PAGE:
Understanding neighborhood isolation through spatial interaction network analysis using location big data

Research article published at the journal of Environment and Planning A: Economy and Space on December 1, 2019

Timothy Prestby, Joseph App, Yuhao Kang, Song Gao. (2019) Understanding Neighborhood Isolation through Spatial Interaction Network Analysis using Location Big Data. Environment and Planning A: Economy and Space. DOI: 10.1177/0308518X19891911

Download link: https://journals.sagepub.com/doi/full/10.1177/0308518X19891911

Abstract

Hidden biases of racial and socioeconomic preferences shape residential neighborhoods throughout the USA. Thereby, these preferences shape neighborhoods composed predominantly of a particular race or income class. However, the assessment of spatial extent and the degree of isolation outside the residential neighborhoods at large scale is challenging, which requires further investigation to understand and identify the magnitude and underlying geospatial processes. With the ubiquitous availability of location-based services, large-scale individual-level location data have been widely collected using numerous mobile phone applications and enable the study of neighborhood isolation at large scale. In this research, we analyze large-scale anonymized smartphone users’ mobility data in Milwaukee, Wisconsin, to understand neighborhood-to-neighborhood spatial interaction patterns of different racial classes. Several isolated neighborhoods are successfully identified through the mobility-based spatial interaction network analysis.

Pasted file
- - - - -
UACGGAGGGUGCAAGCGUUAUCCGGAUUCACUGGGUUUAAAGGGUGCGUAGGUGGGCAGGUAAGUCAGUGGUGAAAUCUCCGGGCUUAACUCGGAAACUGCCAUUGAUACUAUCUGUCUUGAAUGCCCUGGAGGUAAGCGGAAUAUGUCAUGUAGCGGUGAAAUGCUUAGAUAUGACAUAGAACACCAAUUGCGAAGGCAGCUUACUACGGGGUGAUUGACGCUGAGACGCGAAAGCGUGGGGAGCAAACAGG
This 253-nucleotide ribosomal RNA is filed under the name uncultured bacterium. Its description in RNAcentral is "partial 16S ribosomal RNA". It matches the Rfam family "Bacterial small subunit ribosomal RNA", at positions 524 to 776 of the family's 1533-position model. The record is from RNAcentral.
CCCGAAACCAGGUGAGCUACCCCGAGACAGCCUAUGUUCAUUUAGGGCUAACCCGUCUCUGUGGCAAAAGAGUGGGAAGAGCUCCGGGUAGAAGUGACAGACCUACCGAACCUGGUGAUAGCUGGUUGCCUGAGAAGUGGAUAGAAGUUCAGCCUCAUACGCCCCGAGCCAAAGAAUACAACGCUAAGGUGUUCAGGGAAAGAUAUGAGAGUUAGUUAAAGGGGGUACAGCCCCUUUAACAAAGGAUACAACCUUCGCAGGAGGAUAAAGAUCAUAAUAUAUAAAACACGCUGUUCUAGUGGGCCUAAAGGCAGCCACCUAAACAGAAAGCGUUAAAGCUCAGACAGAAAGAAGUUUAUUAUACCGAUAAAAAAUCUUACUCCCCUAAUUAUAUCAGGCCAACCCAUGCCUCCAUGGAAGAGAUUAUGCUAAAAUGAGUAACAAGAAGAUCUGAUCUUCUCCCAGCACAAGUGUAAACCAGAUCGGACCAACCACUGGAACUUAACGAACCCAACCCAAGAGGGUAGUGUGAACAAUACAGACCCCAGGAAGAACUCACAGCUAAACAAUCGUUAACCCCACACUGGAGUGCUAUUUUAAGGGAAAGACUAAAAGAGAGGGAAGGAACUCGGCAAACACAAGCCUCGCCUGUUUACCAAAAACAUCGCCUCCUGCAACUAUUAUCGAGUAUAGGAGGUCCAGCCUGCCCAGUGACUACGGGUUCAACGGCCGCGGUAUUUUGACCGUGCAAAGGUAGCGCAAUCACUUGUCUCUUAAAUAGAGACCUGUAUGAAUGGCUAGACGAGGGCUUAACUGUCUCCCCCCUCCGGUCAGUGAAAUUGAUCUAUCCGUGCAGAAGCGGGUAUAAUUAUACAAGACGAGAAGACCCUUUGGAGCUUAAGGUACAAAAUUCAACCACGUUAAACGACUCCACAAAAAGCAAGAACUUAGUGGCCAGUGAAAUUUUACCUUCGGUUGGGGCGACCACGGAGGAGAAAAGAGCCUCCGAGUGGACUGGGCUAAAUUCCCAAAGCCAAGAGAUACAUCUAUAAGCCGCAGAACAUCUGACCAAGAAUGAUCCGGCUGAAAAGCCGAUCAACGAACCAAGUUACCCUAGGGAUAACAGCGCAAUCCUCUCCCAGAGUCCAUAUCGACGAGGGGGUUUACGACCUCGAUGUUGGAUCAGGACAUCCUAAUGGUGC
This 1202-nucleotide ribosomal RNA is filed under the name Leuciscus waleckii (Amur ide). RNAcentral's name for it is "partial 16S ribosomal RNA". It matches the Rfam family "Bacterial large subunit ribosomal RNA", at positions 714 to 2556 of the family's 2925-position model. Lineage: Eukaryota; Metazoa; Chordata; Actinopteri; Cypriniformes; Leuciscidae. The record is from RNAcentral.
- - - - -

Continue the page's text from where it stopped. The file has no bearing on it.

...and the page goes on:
Keywords: Neighborhood isolation, human mobility, big data, spatial interaction

a dark background version of the neighborhood isolation map without a cartogram in Milwaukee, Wisconsin
Spatial interactions between Milwaukee communities and their demographic composition. The brighter flows are places where more flows are overlapping/converging together.
The community flows are overlaid on top of a cartogram distorted by the percent of the non-white population of the census block groups to promote a more socially just map.

Acknowledgments

The authors would like to thank Safegraph, Inc., for providing the anonymous mobile phone location big data support. T.P. and S.G. thank the UW-Madison Hilldale Undergraduate/Faculty Research Fellowship for their support for this research.

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